What is poetry? • Robert Frost • Rita Dove • T.S. Eliot • Thomas Gray • Walter Mosley • Percy Bysshe Shelley
So..what IS poetry? • Poetry is the most emotionally charged means of written expression & it consists of words arranged in patterns of sound and imagery to spark an emotional response from us. • Poetry is the language of the imagination, of feelings, of emotional self-expression, of high art. • Prose explains, but poetry sings. • The language in poetry is musical, precise, memorable & magical.
What is the language of poetry? • Imagery: Imagery refers to pictures created in your mind by the words. Literal images: the words are used to describe something directly by appealing to one or more of our senses.
What are the different literal imageries? • Visual imagery: things we can see The sun was shining on the sea, shining with all it’s might. He did his very best to make billows smooth and bright. And this was off, because it was the middle of the night. ˜ Lewis Carroll • Tactile images: appeals to our sense of touch Through the green twilight of a hedge, I peered With cheek on the cool leaves pressed. ˜ Walter de la Mare • Auditory images: refers to the sound of things, usually effecting an onomatopeia (words that imitate dsor sounds linked with objects). Bow wow says the dog, mewmew says the cat, grunt grunt goes the hog and squeak goes the rat. ˜ Mother Goose
Olfactory images: suggest the smell of things As mommy washed up and the children played, the smell of warm butter filled the air. ˜ Anonymous • Kinesthetic images: refers to actions or motions A poem once stopped me on the street. I’ve got a poem stuck on my feet. A poem attacked by in the shower. I find a poem most every hour! ˜ Mark Stansell • Gustatory images: suggests the taste of things A mouse found a beautiful piece of plum cake. The richest and sweetest a mortal could make. T’was heavy with citron and fragrant with spice, and covered with sugar all sparkling as ice. ˜ Iona Opie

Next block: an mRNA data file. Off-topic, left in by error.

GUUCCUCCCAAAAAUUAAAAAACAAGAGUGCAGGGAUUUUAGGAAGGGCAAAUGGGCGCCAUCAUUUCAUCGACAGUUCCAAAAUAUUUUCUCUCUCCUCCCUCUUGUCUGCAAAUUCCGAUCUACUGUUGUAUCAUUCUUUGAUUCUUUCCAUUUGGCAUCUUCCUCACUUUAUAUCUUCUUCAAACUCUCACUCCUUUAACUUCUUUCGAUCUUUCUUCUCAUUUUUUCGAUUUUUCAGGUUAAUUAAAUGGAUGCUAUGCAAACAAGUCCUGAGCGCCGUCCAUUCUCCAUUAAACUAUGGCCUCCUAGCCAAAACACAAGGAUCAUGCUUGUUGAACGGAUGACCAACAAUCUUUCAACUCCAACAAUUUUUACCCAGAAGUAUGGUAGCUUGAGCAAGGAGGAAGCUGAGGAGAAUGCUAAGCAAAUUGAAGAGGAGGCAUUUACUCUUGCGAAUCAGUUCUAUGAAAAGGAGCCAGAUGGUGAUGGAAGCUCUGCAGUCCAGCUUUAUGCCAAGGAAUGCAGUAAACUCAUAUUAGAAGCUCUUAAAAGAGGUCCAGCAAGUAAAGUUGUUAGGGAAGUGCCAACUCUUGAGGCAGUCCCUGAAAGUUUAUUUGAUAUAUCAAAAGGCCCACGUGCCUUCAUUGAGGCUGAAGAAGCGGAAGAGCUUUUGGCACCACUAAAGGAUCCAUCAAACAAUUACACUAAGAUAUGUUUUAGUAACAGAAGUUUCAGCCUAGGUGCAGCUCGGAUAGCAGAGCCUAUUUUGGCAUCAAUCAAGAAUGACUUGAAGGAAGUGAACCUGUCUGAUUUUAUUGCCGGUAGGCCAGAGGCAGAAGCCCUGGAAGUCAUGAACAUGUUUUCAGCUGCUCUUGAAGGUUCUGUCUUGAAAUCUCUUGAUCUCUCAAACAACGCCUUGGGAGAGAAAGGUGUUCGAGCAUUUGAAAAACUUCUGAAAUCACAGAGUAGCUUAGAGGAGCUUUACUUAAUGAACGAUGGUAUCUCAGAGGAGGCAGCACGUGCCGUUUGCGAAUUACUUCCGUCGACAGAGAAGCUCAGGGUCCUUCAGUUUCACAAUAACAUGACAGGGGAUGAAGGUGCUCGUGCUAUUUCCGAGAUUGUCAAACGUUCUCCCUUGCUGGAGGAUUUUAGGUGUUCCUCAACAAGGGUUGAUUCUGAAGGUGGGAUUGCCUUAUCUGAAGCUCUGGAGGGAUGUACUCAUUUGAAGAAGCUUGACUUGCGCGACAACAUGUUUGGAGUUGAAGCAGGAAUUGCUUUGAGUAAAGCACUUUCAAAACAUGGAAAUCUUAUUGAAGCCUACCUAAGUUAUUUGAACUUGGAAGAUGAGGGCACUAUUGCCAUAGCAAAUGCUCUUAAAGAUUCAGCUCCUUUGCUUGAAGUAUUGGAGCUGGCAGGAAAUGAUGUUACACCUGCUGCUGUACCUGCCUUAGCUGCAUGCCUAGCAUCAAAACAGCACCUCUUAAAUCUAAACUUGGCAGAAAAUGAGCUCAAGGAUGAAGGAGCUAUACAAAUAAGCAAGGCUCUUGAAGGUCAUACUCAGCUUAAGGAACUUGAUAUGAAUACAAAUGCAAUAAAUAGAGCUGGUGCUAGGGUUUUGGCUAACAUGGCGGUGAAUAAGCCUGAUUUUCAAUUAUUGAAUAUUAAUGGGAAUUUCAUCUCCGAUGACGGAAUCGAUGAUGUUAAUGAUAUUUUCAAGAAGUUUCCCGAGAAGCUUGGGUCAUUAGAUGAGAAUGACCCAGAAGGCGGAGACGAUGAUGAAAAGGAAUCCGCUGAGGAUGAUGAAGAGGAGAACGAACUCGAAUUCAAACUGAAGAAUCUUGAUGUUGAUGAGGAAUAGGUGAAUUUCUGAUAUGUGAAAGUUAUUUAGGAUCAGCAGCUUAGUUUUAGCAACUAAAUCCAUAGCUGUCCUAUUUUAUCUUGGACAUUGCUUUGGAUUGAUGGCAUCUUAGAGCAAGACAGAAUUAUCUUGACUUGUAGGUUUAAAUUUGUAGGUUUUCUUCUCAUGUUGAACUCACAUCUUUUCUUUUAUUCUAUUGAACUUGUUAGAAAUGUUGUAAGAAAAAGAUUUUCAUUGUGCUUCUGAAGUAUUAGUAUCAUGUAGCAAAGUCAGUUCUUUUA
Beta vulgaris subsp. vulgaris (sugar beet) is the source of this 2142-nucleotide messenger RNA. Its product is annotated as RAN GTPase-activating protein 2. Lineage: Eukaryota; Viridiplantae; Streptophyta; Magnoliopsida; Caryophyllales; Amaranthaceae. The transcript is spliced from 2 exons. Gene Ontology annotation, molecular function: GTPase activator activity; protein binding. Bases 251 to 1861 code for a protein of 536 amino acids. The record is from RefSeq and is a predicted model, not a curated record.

Figurative Imagery • The words are used to describe one thing by comparing it to something else with which we are more familiar. • The poet uses figurative language to bring us new experiences, new visions and new ways of looking at the world.
Simile: is a stated comparison – using connective words such as “like” and “as” My love is like a red, red rose˜ Robert Burn • Metaphor: is an implied comparison, not directly stated with words such as “like” and “as” In the morning the city spreads it’s wings making a song in stones that sings. ˜ Langston Hughes • Personification: human qualities are given to an inanimate object, an abstract idea or a force of nature. The night was creeping on the ground! She crept but did not make a sound.˜ James Stephens
SOUND PATTERNS • Many poems are written to be read aloud, and how they sound is as important as what they mean. • Sound patterns consist of two elements: rhyme and rhythm.
Rhythm • Rhythmic patterns are called meters. The smallest unit of rhythmic pattern is called a foot. • Nursery rhymes tend to have very predictable rhythms. • When reading poetry to children, be aware of rhythmic patterns.